Yet killing in battle is not designed to be an execution, only a means of neutralizing a threat. The introduction of guilt as a justification for targeting changes the fundamental premise of the targeting doctrines. Of course, the threat paradigm, like the guilt paradigm, is too crude as it is reflected by IHL: some civilians pose a serious threat even if they do not meet the “direct participation” test and some combatants pose very little threat – a point to which I shall return later. In this sense, we are still far from satisfying an ideal moral paradigm of individual rights, but I think we are moving a little closer. It does not matter if someone threatening is also morally guilty, because we have a right to defend ourselves even against the morally-innocent attacker. It also does not matter if someone who is not threatening is morally guilty, because we do not have a right to seek vengeance from those who have wronged us without due process of law.
So what about tailoring the targeting doctrine to better address the different degrees of threat posed by different individuals? Here Dill argues that any such amendment is bound to be too vague and complex to apply, as it fails to give real guidance to those entrusted with applying the rules and thereby violating the rule of law.
While I share Dill’s concern about the administrability of targeting doctrines (after all, the rules are designed to guide young men and women in making split-second decisions in the midst of battle), I believe that a more nuanced approach to the targeting of combatants than the current principle of distinction calls for is both possible and desirable. In my own article, The Dispensable Lives of Soldiers, I argued that the nature of the modern battlefield is such that combatants are already required to make far more complex targeting decision than ever before. This is due to the fact that combatants often operate from and within civilian populated areas, the fact that some combatants do not wear uniform or bear any other clear distinguishing marks, the now rife practice of contracting out many traditional military functions to civilian contractors, the frequent support rendered by the local civilian population to the combatants’ efforts, and the nature of modern tactics and weapons – all of which make the seemingly clear rule of distinction highly confounding in its application.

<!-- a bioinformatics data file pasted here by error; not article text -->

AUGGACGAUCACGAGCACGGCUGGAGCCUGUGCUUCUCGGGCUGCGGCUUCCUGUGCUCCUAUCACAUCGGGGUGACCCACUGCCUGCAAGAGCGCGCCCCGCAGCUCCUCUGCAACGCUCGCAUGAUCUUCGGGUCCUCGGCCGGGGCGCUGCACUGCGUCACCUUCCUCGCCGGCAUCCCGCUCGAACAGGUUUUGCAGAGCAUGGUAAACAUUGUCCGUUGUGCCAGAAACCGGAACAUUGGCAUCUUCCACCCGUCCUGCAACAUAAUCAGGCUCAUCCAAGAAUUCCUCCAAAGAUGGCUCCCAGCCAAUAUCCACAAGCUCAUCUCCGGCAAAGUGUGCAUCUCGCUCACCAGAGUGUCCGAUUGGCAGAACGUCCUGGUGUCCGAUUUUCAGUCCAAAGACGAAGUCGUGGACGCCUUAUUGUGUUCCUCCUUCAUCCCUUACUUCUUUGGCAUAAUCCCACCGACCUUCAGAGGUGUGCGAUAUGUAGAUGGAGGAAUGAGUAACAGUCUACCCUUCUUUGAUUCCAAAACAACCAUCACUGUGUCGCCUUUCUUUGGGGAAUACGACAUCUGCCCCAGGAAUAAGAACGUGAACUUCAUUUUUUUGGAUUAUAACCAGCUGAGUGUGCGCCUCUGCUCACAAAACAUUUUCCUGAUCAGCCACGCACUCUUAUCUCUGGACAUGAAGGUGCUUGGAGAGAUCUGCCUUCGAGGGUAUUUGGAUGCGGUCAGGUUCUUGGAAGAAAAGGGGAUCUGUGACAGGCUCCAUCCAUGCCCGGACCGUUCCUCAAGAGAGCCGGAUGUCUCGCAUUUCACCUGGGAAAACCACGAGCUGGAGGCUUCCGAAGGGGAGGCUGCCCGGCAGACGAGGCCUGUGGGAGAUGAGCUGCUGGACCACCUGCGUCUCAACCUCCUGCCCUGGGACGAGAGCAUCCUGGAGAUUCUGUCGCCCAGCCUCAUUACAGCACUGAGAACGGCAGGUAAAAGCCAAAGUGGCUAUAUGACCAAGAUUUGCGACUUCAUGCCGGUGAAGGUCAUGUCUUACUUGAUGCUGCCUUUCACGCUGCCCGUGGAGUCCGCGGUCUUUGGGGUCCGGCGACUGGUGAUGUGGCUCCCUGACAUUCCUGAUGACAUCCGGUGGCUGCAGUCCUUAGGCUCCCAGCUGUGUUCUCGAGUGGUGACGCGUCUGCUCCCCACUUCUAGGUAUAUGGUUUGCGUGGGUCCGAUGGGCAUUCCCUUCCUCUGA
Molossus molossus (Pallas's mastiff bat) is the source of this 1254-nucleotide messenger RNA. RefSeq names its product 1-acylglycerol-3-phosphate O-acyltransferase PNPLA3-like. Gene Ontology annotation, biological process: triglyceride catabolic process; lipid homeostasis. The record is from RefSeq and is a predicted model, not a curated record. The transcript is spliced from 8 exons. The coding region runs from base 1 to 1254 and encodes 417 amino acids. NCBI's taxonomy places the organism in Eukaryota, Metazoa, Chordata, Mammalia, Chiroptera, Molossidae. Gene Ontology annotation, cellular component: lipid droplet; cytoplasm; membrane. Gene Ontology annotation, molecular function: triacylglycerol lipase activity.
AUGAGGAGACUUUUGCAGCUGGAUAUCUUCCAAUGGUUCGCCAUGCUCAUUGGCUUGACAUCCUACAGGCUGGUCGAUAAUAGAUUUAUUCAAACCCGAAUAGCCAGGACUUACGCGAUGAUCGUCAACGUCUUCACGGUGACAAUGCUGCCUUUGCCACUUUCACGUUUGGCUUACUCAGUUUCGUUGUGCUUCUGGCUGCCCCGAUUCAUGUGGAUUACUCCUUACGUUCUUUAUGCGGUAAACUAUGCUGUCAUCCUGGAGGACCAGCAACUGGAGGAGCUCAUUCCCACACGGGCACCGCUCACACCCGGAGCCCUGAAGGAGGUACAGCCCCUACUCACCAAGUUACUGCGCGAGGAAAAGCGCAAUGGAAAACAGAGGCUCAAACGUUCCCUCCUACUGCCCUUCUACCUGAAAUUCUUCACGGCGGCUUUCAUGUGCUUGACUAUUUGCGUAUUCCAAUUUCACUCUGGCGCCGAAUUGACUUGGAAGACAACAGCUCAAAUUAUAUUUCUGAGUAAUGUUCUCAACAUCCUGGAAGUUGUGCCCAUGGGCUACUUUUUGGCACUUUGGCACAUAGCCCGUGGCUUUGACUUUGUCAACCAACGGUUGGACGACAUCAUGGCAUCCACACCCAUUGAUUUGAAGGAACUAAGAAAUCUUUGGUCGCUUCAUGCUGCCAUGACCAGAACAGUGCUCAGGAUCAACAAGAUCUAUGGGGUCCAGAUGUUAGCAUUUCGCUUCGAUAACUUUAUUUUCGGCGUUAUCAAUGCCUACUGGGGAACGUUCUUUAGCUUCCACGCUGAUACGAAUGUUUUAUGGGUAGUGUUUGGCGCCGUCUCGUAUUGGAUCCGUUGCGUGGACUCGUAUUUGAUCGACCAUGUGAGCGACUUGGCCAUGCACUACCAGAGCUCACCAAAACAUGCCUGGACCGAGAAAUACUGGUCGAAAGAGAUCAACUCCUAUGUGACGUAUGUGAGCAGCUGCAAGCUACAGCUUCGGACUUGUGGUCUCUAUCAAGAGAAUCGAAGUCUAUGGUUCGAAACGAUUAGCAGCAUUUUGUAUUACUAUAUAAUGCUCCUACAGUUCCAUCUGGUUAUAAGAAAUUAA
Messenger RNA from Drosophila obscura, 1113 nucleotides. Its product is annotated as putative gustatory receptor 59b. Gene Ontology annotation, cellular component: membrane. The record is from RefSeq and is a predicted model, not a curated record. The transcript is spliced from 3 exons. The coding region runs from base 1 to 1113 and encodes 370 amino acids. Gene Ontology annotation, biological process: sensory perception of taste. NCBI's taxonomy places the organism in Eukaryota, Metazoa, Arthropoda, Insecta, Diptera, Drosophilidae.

Of course, one might reasonably argue that to make things even more complicated would be unjust towards those who have to apply the rules in action. Yet, this added complexity and the concern Dill points to in terms of the rule of law must be weighed against the lives taken on the battlefield.
For this reason, I’ve proposed reinterpreting the principle of distinction so that the status-based classification of combatants be complemented by a test of threat: only those combatants who are immediately threatening or else serve in indispensable functions in the enemy forces be deemed targetable at all times. Another proposed amendment is a reinterpretation of the principle of military necessity through the introduction of a least-harmful-means test, under which an alternative of capture or disabling of the enemy would be preferred to killing whenever feasible.
This is not, let me stress, the current state of the law, nor do I propose to introduce these amendments as mandatory rules before we have to evaluate their operation and weigh the administrability concerns raised by Dill. Still, as a matter of moral warfare, I would urge militaries to adopt these constraints to the extent possible; which, I believe, brings us a little closer to the ideal of using force only against those who are actually threatening (but still, not necessarily morally guilty), without compromising the law’s clarity or guiding functions.